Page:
Finally, given that the transition from being an unpaid homemaker to working outside the home may be a large leap for women and their households, we ask if short-term, flexible jobs offered in the study could act as stepping-stones to work outside the home. We hypothesise that flexible jobs could allow previously excluded women to take multiple smaller steps into the labour market. To test this ‘gateway jobs’ hypothesis, we offer all study participants another job two to three months after the endline survey. Once again, jobs vary in their flexibility as well as the type of work, including both the same online gig-work and other forms of non-digital piece rate work. We find evidence in support of the gateway jobs hypothesis – women who were assigned flexible work in the initial offer round are 5 percentage points more likely to take up a less flexible job assignment during the second round of offers, compared to women who did not get a similar gateway experience. This effect is concentrated on women who had no previous work experience prior to participation in the experiment. One channel that is consistent with this gateway effect is that work experience causes a change in attitudes about appropriate behaviour for women. Indeed, we find that job flexibility makes the biggest difference to labour supply for women with more traditional gender attitudes at baseline, and in turn, work experience changes the attitudes of more traditional women to become less traditional. This result highlights that there is a mutually reinforcing relationship between women’s employment and gender attitudes that support women’s work.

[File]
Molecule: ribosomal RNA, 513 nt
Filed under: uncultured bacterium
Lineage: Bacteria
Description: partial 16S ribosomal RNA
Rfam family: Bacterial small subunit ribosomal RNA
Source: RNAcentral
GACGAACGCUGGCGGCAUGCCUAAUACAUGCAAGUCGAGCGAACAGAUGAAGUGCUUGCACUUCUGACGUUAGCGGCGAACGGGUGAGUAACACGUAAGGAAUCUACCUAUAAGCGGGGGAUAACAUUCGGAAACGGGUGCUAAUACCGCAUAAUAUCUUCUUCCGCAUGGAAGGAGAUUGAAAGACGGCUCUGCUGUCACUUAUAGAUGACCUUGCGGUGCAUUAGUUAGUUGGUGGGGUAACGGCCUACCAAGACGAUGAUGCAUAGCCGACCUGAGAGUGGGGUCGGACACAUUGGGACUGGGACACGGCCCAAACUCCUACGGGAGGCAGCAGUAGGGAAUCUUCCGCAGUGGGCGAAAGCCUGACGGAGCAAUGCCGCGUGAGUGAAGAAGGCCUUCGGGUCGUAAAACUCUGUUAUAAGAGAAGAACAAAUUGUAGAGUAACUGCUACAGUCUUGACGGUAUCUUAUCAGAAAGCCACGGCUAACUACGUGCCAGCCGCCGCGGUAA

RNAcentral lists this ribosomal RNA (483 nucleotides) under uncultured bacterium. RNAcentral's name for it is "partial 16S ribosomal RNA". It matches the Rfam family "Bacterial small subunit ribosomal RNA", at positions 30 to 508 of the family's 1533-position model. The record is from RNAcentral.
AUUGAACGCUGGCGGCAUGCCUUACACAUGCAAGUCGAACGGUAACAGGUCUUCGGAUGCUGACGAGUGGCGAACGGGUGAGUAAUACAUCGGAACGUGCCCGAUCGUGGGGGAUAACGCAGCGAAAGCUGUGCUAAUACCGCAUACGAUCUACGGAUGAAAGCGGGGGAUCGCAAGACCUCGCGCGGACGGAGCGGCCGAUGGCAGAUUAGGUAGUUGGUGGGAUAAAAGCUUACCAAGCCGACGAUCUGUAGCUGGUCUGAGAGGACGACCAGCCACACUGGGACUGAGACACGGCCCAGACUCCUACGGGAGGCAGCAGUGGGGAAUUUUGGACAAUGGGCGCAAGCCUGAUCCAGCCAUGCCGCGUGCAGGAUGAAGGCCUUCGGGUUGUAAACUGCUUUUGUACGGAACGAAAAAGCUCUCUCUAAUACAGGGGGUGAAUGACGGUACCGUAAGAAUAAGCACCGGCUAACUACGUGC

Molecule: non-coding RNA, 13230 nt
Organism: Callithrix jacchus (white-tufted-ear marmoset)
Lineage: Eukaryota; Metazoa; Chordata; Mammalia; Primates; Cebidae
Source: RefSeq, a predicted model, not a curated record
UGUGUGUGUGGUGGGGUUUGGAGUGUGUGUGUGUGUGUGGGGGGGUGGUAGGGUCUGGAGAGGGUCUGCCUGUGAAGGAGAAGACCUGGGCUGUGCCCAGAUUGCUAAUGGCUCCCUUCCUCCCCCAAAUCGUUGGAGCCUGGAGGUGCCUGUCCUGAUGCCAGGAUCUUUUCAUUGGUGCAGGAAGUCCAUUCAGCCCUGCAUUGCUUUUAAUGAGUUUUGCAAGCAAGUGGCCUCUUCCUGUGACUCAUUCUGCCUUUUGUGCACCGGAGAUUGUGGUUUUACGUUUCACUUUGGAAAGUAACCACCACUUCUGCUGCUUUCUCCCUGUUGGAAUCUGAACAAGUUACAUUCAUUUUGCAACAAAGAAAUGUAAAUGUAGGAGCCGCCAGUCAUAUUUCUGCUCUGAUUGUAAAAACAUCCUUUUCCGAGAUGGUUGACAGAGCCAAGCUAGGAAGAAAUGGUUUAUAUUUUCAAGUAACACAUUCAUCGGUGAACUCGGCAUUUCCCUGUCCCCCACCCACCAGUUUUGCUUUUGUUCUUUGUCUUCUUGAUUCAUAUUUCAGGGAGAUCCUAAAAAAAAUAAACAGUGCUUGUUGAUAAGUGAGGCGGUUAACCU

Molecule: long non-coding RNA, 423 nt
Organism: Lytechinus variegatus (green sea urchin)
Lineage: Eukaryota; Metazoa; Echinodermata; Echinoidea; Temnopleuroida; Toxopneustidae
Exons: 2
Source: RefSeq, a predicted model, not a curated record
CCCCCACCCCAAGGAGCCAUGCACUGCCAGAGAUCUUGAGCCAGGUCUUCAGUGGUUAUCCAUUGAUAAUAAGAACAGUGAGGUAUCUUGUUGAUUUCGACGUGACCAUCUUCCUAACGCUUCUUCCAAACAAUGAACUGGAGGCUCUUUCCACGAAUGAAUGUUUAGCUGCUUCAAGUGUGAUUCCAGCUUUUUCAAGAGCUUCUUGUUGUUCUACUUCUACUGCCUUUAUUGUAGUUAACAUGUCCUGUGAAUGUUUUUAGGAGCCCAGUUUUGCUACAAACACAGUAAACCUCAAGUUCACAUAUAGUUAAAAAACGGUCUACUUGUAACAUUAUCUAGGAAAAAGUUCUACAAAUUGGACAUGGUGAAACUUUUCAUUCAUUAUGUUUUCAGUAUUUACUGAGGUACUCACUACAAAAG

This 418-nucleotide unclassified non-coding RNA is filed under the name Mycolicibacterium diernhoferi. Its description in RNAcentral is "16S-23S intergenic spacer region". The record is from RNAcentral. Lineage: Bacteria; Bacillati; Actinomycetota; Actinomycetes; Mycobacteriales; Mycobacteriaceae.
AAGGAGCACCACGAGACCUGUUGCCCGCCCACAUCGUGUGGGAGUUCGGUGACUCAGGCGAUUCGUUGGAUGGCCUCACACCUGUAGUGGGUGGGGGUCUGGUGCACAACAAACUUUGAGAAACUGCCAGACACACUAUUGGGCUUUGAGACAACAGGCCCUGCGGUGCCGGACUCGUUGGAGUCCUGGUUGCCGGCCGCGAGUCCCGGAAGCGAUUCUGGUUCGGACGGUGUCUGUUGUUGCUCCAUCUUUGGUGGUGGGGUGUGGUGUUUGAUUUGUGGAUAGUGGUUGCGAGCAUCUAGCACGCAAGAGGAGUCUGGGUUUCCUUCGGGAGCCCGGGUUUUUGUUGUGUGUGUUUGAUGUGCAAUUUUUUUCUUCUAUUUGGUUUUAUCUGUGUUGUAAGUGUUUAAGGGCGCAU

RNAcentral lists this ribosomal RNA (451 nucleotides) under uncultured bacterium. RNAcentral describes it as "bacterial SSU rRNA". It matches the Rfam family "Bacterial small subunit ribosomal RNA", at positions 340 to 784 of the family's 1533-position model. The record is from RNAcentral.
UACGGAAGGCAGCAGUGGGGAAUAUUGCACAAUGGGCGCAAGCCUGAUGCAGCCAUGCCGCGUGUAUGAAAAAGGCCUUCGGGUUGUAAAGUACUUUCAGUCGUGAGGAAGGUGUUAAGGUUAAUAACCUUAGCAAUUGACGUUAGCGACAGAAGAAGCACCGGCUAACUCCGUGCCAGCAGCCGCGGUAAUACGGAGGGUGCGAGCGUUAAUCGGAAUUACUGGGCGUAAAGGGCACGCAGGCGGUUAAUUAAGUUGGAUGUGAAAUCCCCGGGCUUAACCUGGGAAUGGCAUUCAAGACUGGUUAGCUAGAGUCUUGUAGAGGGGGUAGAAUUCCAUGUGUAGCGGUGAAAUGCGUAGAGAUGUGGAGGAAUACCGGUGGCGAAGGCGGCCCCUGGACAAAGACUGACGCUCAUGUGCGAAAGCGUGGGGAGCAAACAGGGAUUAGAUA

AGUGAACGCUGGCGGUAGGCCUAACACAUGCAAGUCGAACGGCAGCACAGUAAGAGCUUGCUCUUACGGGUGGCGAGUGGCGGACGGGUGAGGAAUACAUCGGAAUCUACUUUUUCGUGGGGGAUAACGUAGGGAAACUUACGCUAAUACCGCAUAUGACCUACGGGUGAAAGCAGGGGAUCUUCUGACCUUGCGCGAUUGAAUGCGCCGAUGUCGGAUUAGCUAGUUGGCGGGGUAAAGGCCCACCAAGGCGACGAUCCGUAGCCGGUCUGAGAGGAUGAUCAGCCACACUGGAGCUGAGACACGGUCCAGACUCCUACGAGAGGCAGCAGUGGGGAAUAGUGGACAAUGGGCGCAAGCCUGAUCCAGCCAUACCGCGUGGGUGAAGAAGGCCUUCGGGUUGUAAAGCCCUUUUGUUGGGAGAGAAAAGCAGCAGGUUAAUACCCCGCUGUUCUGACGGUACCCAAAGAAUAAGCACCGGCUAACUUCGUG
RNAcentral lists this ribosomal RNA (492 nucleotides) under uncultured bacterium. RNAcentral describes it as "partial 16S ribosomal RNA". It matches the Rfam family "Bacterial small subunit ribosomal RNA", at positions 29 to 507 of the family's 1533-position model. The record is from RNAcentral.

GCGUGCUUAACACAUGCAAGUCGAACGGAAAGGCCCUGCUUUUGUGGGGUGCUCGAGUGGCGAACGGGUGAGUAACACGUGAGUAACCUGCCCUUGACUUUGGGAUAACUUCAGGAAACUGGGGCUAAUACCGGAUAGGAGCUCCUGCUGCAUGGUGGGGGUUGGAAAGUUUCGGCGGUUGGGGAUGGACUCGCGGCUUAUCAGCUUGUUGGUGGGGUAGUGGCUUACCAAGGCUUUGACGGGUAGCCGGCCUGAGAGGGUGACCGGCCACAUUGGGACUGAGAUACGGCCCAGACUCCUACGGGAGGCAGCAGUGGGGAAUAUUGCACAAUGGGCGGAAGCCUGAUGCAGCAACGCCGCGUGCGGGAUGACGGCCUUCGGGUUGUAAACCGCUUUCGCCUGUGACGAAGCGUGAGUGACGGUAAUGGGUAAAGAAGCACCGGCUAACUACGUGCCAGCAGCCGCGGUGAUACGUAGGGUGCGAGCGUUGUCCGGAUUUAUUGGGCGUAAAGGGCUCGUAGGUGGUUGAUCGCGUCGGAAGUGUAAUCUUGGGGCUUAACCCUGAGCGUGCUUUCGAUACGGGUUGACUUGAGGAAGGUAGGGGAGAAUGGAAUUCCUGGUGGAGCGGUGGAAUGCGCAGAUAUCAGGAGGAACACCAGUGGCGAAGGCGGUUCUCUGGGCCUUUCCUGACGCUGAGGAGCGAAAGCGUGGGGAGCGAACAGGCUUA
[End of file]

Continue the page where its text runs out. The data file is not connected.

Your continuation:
Policy implications and conclusion

One policy implication of our findings is that offering flexible work arrangements could be an effective way to both recruit and retain women workers. However, flexible work arrangements might be underprovided for at least two reasons. One is that firms may underestimate the effects of job flexibility on labour supply or overestimate negative impacts of work from home on worker performance. A second is that even if workers are more likely to accept office-based jobs after having some experience with flexible, home-based work, this positive externality is unlikely to be considered by employers. To overcome these forces that could drive under-provision of flexible work arrangements, temporary subsidies or assistance for firms transitioning jobs to be more flexibility-friendly could have long-term positive effects on women’s employment. 

One important point of caution, however, is to prevent the gateway approach from ‘trapping’ women in at-home jobs that may also be lower paying – to ensure this, it may be important that these intermediate jobs are temporary in nature. We identify this issue, as well as the labour-demand side, as an avenue for future research: what are the implications of flexible work arrangements for the gender segregation of labour markets? And are firms well-informed about the potential benefits of job flexibility, and how can they introduce greater flexibility while maintaining the benefits of work-from-home with the fewest sacrifices to worker performance?